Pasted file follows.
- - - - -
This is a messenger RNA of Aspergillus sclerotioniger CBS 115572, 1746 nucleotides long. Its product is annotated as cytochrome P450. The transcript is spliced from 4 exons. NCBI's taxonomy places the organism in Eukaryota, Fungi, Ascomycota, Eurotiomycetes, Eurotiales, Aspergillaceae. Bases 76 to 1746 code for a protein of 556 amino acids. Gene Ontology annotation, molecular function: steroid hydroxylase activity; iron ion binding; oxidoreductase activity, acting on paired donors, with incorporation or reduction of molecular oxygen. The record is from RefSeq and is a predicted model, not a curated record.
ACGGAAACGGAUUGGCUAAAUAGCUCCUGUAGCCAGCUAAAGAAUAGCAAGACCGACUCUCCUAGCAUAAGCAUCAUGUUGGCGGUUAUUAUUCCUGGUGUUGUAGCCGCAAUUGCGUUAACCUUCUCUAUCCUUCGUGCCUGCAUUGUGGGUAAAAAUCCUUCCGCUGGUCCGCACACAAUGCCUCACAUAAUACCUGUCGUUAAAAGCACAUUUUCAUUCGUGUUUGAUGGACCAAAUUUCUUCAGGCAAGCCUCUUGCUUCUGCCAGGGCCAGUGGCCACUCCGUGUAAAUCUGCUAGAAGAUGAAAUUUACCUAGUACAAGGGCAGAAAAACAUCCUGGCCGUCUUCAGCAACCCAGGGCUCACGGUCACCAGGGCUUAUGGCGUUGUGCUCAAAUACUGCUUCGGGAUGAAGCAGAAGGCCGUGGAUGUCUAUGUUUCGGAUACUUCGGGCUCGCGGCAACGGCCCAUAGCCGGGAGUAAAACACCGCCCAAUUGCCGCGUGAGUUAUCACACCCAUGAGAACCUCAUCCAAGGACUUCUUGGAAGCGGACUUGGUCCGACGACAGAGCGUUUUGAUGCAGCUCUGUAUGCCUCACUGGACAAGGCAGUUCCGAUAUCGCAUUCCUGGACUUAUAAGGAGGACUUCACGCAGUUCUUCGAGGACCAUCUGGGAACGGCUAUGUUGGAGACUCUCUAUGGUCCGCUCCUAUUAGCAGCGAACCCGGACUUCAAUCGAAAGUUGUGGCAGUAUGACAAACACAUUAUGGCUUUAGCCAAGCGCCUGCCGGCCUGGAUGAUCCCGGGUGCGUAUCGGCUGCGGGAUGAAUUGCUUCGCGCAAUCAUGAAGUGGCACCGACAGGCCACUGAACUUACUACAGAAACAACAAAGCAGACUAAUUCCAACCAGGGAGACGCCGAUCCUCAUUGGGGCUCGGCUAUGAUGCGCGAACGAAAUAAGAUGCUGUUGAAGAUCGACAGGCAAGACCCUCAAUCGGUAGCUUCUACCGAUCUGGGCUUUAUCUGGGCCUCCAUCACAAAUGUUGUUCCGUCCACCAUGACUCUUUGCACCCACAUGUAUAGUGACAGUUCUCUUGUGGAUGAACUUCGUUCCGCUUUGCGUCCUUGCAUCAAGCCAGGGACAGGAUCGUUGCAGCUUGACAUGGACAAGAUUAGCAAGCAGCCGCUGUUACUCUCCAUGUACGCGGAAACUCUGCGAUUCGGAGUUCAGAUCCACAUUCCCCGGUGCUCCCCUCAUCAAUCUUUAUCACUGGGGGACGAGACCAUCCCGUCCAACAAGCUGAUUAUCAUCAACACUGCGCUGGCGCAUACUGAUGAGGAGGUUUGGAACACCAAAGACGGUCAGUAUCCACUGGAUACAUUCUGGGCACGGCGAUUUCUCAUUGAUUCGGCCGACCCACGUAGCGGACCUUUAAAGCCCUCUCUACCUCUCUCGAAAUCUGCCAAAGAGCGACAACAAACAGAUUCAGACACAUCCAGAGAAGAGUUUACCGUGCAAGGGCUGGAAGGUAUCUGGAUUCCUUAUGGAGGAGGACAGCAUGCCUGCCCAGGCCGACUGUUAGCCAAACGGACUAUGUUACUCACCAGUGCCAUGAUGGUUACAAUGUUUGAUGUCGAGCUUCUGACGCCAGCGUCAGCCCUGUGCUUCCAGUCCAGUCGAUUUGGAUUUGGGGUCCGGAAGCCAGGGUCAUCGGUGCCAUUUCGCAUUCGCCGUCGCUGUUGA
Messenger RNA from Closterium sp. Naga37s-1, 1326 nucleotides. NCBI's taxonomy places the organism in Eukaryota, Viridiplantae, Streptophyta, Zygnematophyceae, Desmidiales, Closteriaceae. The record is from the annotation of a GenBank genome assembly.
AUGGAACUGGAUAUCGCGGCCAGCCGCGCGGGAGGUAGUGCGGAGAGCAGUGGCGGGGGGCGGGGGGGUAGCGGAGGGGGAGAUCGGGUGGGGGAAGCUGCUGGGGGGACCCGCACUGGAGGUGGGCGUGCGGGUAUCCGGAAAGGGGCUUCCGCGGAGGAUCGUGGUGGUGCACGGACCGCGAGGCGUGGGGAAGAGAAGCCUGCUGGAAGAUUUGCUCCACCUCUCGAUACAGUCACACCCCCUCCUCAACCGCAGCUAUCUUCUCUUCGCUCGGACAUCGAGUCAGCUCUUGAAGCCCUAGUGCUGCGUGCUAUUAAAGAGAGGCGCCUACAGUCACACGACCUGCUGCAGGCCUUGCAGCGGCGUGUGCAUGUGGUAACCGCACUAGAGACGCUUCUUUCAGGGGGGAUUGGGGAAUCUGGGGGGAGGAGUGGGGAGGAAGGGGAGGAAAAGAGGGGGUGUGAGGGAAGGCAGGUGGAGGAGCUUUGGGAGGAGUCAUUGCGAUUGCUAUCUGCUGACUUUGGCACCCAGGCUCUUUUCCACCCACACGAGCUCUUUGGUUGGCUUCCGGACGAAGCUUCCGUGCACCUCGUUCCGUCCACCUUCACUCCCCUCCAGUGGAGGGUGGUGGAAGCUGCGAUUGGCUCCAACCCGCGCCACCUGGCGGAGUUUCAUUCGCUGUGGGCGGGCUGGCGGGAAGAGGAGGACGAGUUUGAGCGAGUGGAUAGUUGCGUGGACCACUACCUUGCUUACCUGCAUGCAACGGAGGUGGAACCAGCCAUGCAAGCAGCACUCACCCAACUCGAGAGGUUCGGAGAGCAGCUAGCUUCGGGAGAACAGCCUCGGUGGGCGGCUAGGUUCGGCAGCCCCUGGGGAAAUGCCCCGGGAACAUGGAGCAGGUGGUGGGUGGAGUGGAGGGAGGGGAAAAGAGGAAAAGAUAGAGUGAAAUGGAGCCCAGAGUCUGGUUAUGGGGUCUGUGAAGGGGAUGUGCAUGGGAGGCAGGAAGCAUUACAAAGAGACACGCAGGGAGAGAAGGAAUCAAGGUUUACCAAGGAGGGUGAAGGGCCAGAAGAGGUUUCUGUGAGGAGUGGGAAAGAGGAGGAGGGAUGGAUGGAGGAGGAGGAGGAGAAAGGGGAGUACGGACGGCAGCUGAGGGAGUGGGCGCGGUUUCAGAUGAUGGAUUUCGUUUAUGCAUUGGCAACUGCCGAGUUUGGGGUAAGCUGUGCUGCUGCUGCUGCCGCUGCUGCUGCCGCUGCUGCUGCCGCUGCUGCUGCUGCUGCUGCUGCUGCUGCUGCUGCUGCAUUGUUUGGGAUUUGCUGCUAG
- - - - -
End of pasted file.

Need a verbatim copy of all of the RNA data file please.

This is a messenger RNA of Aspergillus sclerotioniger CBS 115572, 1746 nucleotides long. Its product is annotated as cytochrome P450. The transcript is spliced from 4 exons. NCBI's taxonomy places the organism in Eukaryota, Fungi, Ascomycota, Eurotiomycetes, Eurotiales, Aspergillaceae. Bases 76 to 1746 code for a protein of 556 amino acids. Gene Ontology annotation, molecular function: steroid hydroxylase activity; iron ion binding; oxidoreductase activity, acting on paired donors, with incorporation or reduction of molecular oxygen. The record is from RefSeq and is a predicted model, not a curated record.
ACGGAAACGGAUUGGCUAAAUAGCUCCUGUAGCCAGCUAAAGAAUAGCAAGACCGACUCUCCUAGCAUAAGCAUCAUGUUGGCGGUUAUUAUUCCUGGUGUUGUAGCCGCAAUUGCGUUAACCUUCUCUAUCCUUCGUGCCUGCAUUGUGGGUAAAAAUCCUUCCGCUGGUCCGCACACAAUGCCUCACAUAAUACCUGUCGUUAAAAGCACAUUUUCAUUCGUGUUUGAUGGACCAAAUUUCUUCAGGCAAGCCUCUUGCUUCUGCCAGGGCCAGUGGCCACUCCGUGUAAAUCUGCUAGAAGAUGAAAUUUACCUAGUACAAGGGCAGAAAAACAUCCUGGCCGUCUUCAGCAACCCAGGGCUCACGGUCACCAGGGCUUAUGGCGUUGUGCUCAAAUACUGCUUCGGGAUGAAGCAGAAGGCCGUGGAUGUCUAUGUUUCGGAUACUUCGGGCUCGCGGCAACGGCCCAUAGCCGGGAGUAAAACACCGCCCAAUUGCCGCGUGAGUUAUCACACCCAUGAGAACCUCAUCCAAGGACUUCUUGGAAGCGGACUUGGUCCGACGACAGAGCGUUUUGAUGCAGCUCUGUAUGCCUCACUGGACAAGGCAGUUCCGAUAUCGCAUUCCUGGACUUAUAAGGAGGACUUCACGCAGUUCUUCGAGGACCAUCUGGGAACGGCUAUGUUGGAGACUCUCUAUGGUCCGCUCCUAUUAGCAGCGAACCCGGACUUCAAUCGAAAGUUGUGGCAGUAUGACAAACACAUUAUGGCUUUAGCCAAGCGCCUGCCGGCCUGGAUGAUCCCGGGUGCGUAUCGGCUGCGGGAUGAAUUGCUUCGCGCAAUCAUGAAGUGGCACCGACAGGCCACUGAACUUACUACAGAAACAACAAAGCAGACUAAUUCCAACCAGGGAGACGCCGAUCCUCAUUGGGGCUCGGCUAUGAUGCGCGAACGAAAUAAGAUGCUGUUGAAGAUCGACAGGCAAGACCCUCAAUCGGUAGCUUCUACCGAUCUGGGCUUUAUCUGGGCCUCCAUCACAAAUGUUGUUCCGUCCACCAUGACUCUUUGCACCCACAUGUAUAGUGACAGUUCUCUUGUGGAUGAACUUCGUUCCGCUUUGCGUCCUUGCAUCAAGCCAGGGACAGGAUCGUUGCAGCUUGACAUGGACAAGAUUAGCAAGCAGCCGCUGUUACUCUCCAUGUACGCGGAAACUCUGCGAUUCGGAGUUCAGAUCCACAUUCCCCGGUGCUCCCCUCAUCAAUCUUUAUCACUGGGGGACGAGACCAUCCCGUCCAACAAGCUGAUUAUCAUCAACACUGCGCUGGCGCAUACUGAUGAGGAGGUUUGGAACACCAAAGACGGUCAGUAUCCACUGGAUACAUUCUGGGCACGGCGAUUUCUCAUUGAUUCGGCCGACCCACGUAGCGGACCUUUAAAGCCCUCUCUACCUCUCUCGAAAUCUGCCAAAGAGCGACAACAAACAGAUUCAGACACAUCCAGAGAAGAGUUUACCGUGCAAGGGCUGGAAGGUAUCUGGAUUCCUUAUGGAGGAGGACAGCAUGCCUGCCCAGGCCGACUGUUAGCCAAACGGACUAUGUUACUCACCAGUGCCAUGAUGGUUACAAUGUUUGAUGUCGAGCUUCUGACGCCAGCGUCAGCCCUGUGCUUCCAGUCCAGUCGAUUUGGAUUUGGGGUCCGGAAGCCAGGGUCAUCGGUGCCAUUUCGCAUUCGCCGUCGCUGUUGA
Messenger RNA from Closterium sp. Naga37s-1, 1326 nucleotides. NCBI's taxonomy places the organism in Eukaryota, Viridiplantae, Streptophyta, Zygnematophyceae, Desmidiales, Closteriaceae. The record is from the annotation of a GenBank genome assembly.
AUGGAACUGGAUAUCGCGGCCAGCCGCGCGGGAGGUAGUGCGGAGAGCAGUGGCGGGGGGCGGGGGGGUAGCGGAGGGGGAGAUCGGGUGGGGGAAGCUGCUGGGGGGACCCGCACUGGAGGUGGGCGUGCGGGUAUCCGGAAAGGGGCUUCCGCGGAGGAUCGUGGUGGUGCACGGACCGCGAGGCGUGGGGAAGAGAAGCCUGCUGGAAGAUUUGCUCCACCUCUCGAUACAGUCACACCCCCUCCUCAACCGCAGCUAUCUUCUCUUCGCUCGGACAUCGAGUCAGCUCUUGAAGCCCUAGUGCUGCGUGCUAUUAAAGAGAGGCGCCUACAGUCACACGACCUGCUGCAGGCCUUGCAGCGGCGUGUGCAUGUGGUAACCGCACUAGAGACGCUUCUUUCAGGGGGGAUUGGGGAAUCUGGGGGGAGGAGUGGGGAGGAAGGGGAGGAAAAGAGGGGGUGUGAGGGAAGGCAGGUGGAGGAGCUUUGGGAGGAGUCAUUGCGAUUGCUAUCUGCUGACUUUGGCACCCAGGCUCUUUUCCACCCACACGAGCUCUUUGGUUGGCUUCCGGACGAAGCUUCCGUGCACCUCGUUCCGUCCACCUUCACUCCCCUCCAGUGGAGGGUGGUGGAAGCUGCGAUUGGCUCCAACCCGCGCCACCUGGCGGAGUUUCAUUCGCUGUGGGCGGGCUGGCGGGAAGAGGAGGACGAGUUUGAGCGAGUGGAUAGUUGCGUGGACCACUACCUUGCUUACCUGCAUGCAACGGAGGUGGAACCAGCCAUGCAAGCAGCACUCACCCAACUCGAGAGGUUCGGAGAGCAGCUAGCUUCGGGAGAACAGCCUCGGUGGGCGGCUAGGUUCGGCAGCCCCUGGGGAAAUGCCCCGGGAACAUGGAGCAGGUGGUGGGUGGAGUGGAGGGAGGGGAAAAGAGGAAAAGAUAGAGUGAAAUGGAGCCCAGAGUCUGGUUAUGGGGUCUGUGAAGGGGAUGUGCAUGGGAGGCAGGAAGCAUUACAAAGAGACACGCAGGGAGAGAAGGAAUCAAGGUUUACCAAGGAGGGUGAAGGGCCAGAAGAGGUUUCUGUGAGGAGUGGGAAAGAGGAGGAGGGAUGGAUGGAGGAGGAGGAGGAGAAAGGGGAGUACGGACGGCAGCUGAGGGAGUGGGCGCGGUUUCAGAUGAUGGAUUUCGUUUAUGCAUUGGCAACUGCCGAGUUUGGGGUAAGCUGUGCUGCUGCUGCUGCCGCUGCUGCUGCCGCUGCUGCUGCCGCUGCUGCUGCUGCUGCUGCUGCUGCUGCUGCUGCUGCAUUGUUUGGGAUUUGCUGCUAG